Nova Seed Review (2016, Nick DiLiberto)


Over the last ten years, 1980s nostalgia has seemingly invaded various aspects of pop culture, with many iconic 80s TV shows, movie franchises and video games receiving remakes and reboots designed to appeal to the original fans and reach a new audience.  This fascination with the 80s has also inspired many artists that create works that are intentional throwbacks to that era and are designed to feel nostalgic whilst also having an identity of their own. These include video games such as Hotline Miami (2012), Shovel Knight (2014) and Hyper Light Drifter (2016), films such as Drive (2011), Turbo Kid (2015), Kung Fury (2015) and It Follows (2014) just to name a few examples.


On April 23rd, 2016, at the Toronto Animation Arts Festival, saw the premiere of the Canadian animated film, Nova Seed. It was produced by Gorgon Pictures, and is the feature length debut of Nick DiLiberto, who had previously has previously worked on the short films Vampires (2010) and Medusa (2010), and was an animation director on cut scenes for the video games Asura’s Wrath (2012) and Mass Effect (2007).


The story takes place in a distant post-apocalyptic cyber-diesel-steampunk world, akin to Mad Max 2: The Road Warrior (1981), with civilisation at the verge of collapse, thanks to the tyrannical Dr. Mindskull. The film starts in a coliseum where a human gladiator fights the “Golden Demon Beast from Hell” a Neo Animal Combatant (NAC) called Lion Man, who pretty much looks like Lion-O from Thundercats (1985-1989). He then brutally defeats his opponent and attacks the spectators. Having proved his strength, the Lion Man, like Snake Plissken in Escape from New York (1981), is tasked with a mission by the government to fight against Mindskull, a decision that is met with much scepticism and concern. Whist infiltrating Dr. Mindskull’s lair, The Lion Man discovers a pod with the titular Nova Seed, utilizing the Girl in a Box trope.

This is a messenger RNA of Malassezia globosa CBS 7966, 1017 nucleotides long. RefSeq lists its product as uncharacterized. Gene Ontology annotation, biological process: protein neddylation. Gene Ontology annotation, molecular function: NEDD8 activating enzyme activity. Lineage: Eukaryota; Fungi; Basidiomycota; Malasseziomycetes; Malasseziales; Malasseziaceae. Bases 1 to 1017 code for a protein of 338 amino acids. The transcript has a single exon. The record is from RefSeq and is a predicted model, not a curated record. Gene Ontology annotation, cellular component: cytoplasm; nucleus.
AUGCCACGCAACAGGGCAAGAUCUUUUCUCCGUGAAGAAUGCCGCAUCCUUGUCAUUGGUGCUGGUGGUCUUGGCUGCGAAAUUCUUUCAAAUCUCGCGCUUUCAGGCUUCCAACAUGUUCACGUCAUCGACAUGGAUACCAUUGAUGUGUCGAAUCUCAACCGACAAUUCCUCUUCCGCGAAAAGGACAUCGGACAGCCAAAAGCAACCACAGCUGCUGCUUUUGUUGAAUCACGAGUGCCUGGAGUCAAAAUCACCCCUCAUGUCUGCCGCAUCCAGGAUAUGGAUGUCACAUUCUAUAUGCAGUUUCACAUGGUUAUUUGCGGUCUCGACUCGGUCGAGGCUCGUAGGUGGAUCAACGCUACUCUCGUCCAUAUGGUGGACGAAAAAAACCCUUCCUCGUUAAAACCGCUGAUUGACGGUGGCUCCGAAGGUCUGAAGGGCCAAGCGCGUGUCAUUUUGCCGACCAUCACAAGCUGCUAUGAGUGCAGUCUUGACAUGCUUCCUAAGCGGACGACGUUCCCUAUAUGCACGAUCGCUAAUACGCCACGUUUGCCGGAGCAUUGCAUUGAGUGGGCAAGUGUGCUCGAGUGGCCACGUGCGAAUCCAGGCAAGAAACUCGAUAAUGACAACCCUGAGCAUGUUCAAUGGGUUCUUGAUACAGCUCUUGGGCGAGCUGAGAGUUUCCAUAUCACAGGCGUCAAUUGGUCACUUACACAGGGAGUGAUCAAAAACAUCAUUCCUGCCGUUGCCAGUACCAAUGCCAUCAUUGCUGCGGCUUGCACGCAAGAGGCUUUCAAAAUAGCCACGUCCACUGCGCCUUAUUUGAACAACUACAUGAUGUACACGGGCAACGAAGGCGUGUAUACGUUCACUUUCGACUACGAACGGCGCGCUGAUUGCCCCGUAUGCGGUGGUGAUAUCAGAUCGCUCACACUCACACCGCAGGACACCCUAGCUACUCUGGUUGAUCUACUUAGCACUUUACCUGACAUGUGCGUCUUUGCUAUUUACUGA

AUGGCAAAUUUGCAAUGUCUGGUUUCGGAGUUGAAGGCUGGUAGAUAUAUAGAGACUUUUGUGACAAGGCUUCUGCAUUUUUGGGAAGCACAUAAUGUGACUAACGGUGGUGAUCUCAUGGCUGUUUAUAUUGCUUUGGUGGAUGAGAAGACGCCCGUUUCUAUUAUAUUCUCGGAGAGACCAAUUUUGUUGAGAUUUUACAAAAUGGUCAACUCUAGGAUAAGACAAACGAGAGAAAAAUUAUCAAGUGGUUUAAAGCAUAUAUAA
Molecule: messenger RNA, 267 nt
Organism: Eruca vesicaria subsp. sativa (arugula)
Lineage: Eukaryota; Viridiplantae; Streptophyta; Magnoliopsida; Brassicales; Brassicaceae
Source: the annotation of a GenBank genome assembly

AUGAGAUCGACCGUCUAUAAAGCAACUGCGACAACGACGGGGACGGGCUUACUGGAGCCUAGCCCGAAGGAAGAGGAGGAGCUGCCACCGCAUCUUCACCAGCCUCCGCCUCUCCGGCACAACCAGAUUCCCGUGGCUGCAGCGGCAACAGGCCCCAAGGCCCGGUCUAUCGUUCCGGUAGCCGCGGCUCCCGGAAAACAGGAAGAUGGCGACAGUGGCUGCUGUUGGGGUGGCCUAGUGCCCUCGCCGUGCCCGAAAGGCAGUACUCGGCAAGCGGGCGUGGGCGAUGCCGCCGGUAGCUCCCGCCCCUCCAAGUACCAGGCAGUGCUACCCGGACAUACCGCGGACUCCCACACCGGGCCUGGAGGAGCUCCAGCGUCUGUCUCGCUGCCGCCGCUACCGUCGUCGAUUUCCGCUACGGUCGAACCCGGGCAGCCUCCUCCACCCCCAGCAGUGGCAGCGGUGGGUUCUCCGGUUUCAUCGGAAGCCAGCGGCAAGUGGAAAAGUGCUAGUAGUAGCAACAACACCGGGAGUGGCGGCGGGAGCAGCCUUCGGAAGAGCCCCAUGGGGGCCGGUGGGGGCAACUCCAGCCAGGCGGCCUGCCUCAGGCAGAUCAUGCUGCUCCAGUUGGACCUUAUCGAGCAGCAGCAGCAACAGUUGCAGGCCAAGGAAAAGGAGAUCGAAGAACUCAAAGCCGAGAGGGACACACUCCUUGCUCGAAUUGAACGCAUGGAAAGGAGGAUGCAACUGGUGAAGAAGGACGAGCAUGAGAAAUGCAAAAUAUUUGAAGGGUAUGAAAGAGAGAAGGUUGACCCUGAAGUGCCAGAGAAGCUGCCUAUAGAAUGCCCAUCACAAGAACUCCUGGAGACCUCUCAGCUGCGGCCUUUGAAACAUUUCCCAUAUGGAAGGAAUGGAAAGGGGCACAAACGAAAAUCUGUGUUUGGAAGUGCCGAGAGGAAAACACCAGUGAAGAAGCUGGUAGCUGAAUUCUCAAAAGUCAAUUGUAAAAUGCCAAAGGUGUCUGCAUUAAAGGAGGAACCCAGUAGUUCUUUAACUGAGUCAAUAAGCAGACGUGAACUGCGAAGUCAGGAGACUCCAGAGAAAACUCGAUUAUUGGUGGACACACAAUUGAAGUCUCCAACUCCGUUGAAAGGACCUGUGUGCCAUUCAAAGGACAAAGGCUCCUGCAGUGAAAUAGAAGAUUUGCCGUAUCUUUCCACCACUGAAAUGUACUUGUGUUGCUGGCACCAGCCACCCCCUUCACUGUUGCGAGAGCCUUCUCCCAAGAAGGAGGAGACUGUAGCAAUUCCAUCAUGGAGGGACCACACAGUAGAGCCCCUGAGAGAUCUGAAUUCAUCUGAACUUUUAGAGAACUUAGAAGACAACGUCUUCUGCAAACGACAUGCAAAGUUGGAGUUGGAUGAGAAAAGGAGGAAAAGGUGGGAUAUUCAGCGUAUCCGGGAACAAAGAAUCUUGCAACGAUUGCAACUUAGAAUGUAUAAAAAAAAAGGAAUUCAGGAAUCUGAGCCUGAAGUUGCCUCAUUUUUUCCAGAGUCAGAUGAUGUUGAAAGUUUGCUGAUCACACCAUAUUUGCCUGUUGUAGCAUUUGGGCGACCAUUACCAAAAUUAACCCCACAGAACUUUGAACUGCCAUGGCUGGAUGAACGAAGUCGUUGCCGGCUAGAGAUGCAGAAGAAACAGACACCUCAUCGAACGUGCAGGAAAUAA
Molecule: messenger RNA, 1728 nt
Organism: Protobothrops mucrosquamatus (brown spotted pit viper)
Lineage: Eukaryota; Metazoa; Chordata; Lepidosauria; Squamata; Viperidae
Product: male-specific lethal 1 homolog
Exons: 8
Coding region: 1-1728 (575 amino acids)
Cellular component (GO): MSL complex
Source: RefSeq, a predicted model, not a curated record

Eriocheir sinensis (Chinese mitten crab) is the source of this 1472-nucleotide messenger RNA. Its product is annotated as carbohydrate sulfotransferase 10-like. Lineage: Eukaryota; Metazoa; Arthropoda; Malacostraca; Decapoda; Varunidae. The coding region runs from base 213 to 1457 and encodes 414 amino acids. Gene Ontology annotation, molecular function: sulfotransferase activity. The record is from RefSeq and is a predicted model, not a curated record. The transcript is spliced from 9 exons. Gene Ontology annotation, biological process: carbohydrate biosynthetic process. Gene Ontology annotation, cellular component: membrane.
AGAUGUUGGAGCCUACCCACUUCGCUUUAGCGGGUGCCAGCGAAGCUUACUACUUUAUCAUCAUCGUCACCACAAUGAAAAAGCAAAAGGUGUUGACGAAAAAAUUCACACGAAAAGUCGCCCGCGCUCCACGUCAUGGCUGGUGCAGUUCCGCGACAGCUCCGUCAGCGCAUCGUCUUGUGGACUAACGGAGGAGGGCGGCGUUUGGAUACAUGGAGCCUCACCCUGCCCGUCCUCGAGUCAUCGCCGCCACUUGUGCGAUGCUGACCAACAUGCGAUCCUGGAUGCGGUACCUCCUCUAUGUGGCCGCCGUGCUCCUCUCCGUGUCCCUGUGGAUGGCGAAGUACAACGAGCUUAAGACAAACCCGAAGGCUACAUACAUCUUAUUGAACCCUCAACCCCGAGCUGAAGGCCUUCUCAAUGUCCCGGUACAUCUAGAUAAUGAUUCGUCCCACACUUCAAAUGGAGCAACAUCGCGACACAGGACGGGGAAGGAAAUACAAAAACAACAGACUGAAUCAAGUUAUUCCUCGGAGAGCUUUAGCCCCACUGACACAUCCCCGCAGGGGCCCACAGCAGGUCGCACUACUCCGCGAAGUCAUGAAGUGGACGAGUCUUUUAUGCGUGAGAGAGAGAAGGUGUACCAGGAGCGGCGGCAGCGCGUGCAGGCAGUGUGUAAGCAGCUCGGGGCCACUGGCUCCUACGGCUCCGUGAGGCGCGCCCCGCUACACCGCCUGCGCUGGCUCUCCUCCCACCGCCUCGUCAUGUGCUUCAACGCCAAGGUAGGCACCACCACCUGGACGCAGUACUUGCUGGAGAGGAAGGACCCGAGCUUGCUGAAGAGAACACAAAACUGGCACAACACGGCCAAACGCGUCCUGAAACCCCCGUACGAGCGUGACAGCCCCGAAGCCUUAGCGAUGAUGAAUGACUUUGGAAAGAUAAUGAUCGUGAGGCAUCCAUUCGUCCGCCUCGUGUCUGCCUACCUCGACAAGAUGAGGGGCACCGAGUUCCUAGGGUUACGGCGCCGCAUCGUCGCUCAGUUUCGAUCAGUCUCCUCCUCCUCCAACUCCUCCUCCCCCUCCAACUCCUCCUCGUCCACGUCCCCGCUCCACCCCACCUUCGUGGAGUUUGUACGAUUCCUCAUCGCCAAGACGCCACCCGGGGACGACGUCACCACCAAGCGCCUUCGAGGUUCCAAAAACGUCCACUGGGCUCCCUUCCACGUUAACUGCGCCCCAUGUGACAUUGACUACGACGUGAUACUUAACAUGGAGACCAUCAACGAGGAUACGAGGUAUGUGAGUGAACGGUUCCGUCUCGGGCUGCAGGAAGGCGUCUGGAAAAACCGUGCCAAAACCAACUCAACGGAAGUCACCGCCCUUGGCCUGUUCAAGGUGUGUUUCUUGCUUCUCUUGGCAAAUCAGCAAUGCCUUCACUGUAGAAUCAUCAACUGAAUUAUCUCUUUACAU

She is an unconscious female being who has the ability to create flora and fauna. The Lion Man rescues her and runs away across the “Toxic Wastes”, in an attempt to save the world from the reign of Dr. Mindskull.


While there is some world building done to present various ideas and concepts, the film is mostly devoid of dialogue and over-explanatory exposition found in Hollywood films. Instead, the film is a science fiction action adventure that slowly reveals remnants of the past through visuals, which works given the short running time of 60 minutes. Television news broadcasts do a good job at highlighting the collapse of society and moving the story forwards. The cast of characters are well presented though little scenes highlighting their personality, and much like Mad Max: Fury Road (2015), the film does a good job at presenting their motivations through expression and visual storytelling, rather than dialogue. The pacing is also solid with a lot of interesting and dynamic story revelations, handled with care and good timing, keeping the viewer engaged.